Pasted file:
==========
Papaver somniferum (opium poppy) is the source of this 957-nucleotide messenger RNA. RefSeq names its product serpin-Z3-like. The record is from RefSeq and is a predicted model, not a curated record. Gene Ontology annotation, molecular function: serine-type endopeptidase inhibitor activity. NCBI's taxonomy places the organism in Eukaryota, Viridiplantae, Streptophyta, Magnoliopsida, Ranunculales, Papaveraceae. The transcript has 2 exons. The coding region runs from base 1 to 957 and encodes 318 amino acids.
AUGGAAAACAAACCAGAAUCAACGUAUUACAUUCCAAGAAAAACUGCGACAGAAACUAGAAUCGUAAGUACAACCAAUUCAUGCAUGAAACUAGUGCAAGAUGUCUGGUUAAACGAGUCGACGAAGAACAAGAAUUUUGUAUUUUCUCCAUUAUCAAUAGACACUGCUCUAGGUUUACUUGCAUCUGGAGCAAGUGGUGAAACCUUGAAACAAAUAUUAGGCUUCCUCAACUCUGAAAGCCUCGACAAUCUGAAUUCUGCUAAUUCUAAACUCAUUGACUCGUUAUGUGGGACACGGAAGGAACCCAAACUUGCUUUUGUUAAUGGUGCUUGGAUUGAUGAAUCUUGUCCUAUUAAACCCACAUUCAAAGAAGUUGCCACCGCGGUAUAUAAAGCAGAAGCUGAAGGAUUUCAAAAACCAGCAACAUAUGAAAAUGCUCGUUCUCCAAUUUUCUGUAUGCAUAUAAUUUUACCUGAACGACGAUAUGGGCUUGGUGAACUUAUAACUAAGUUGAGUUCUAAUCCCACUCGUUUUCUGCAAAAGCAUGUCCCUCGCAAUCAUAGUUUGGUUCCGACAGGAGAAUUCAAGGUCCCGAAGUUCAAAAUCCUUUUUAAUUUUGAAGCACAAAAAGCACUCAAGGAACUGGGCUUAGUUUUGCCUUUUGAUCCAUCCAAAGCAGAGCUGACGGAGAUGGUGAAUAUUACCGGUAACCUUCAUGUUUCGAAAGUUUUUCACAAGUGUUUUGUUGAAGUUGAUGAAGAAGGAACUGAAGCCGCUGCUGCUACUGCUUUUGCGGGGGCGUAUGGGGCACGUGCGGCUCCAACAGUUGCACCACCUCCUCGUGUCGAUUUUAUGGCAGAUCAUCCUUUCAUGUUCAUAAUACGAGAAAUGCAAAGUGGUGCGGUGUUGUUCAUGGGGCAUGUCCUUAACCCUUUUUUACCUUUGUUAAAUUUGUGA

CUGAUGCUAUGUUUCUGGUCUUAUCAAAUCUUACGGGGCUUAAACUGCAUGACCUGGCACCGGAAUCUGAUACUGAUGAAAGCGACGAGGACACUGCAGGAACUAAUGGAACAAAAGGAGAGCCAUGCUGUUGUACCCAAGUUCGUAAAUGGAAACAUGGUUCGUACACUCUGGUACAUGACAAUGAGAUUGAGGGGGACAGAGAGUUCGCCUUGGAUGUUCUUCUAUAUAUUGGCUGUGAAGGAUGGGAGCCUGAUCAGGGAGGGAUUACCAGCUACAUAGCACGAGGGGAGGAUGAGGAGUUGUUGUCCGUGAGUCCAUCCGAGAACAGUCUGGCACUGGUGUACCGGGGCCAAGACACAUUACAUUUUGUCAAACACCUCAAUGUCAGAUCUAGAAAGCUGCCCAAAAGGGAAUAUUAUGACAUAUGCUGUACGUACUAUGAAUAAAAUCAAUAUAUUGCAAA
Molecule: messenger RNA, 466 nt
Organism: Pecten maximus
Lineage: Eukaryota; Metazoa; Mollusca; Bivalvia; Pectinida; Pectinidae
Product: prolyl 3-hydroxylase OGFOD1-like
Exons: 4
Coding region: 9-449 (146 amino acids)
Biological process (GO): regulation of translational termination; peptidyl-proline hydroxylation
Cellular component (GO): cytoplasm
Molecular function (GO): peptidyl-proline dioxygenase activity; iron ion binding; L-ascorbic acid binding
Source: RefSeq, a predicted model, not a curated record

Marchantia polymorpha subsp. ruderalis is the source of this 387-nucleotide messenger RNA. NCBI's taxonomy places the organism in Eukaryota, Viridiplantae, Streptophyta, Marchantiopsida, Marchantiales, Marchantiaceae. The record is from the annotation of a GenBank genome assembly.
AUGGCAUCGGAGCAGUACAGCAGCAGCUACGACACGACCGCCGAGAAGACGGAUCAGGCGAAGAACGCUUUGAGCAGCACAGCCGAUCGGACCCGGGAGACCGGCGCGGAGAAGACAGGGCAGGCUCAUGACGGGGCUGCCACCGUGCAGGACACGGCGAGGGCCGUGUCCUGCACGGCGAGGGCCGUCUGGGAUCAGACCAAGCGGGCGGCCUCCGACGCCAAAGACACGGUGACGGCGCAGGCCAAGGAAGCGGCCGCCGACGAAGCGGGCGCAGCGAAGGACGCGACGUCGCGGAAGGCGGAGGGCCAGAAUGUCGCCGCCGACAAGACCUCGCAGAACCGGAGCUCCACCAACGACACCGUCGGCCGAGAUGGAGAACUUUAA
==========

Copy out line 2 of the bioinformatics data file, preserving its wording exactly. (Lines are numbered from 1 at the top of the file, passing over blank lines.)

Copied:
AUGGAAAACAAACCAGAAUCAACGUAUUACAUUCCAAGAAAAACUGCGACAGAAACUAGAAUCGUAAGUACAACCAAUUCAUGCAUGAAACUAGUGCAAGAUGUCUGGUUAAACGAGUCGACGAAGAACAAGAAUUUUGUAUUUUCUCCAUUAUCAAUAGACACUGCUCUAGGUUUACUUGCAUCUGGAGCAAGUGGUGAAACCUUGAAACAAAUAUUAGGCUUCCUCAACUCUGAAAGCCUCGACAAUCUGAAUUCUGCUAAUUCUAAACUCAUUGACUCGUUAUGUGGGACACGGAAGGAACCCAAACUUGCUUUUGUUAAUGGUGCUUGGAUUGAUGAAUCUUGUCCUAUUAAACCCACAUUCAAAGAAGUUGCCACCGCGGUAUAUAAAGCAGAAGCUGAAGGAUUUCAAAAACCAGCAACAUAUGAAAAUGCUCGUUCUCCAAUUUUCUGUAUGCAUAUAAUUUUACCUGAACGACGAUAUGGGCUUGGUGAACUUAUAACUAAGUUGAGUUCUAAUCCCACUCGUUUUCUGCAAAAGCAUGUCCCUCGCAAUCAUAGUUUGGUUCCGACAGGAGAAUUCAAGGUCCCGAAGUUCAAAAUCCUUUUUAAUUUUGAAGCACAAAAAGCACUCAAGGAACUGGGCUUAGUUUUGCCUUUUGAUCCAUCCAAAGCAGAGCUGACGGAGAUGGUGAAUAUUACCGGUAACCUUCAUGUUUCGAAAGUUUUUCACAAGUGUUUUGUUGAAGUUGAUGAAGAAGGAACUGAAGCCGCUGCUGCUACUGCUUUUGCGGGGGCGUAUGGGGCACGUGCGGCUCCAACAGUUGCACCACCUCCUCGUGUCGAUUUUAUGGCAGAUCAUCCUUUCAUGUUCAUAAUACGAGAAAUGCAAAGUGGUGCGGUGUUGUUCAUGGGGCAUGUCCUUAACCCUUUUUUACCUUUGUUAAAUUUGUGA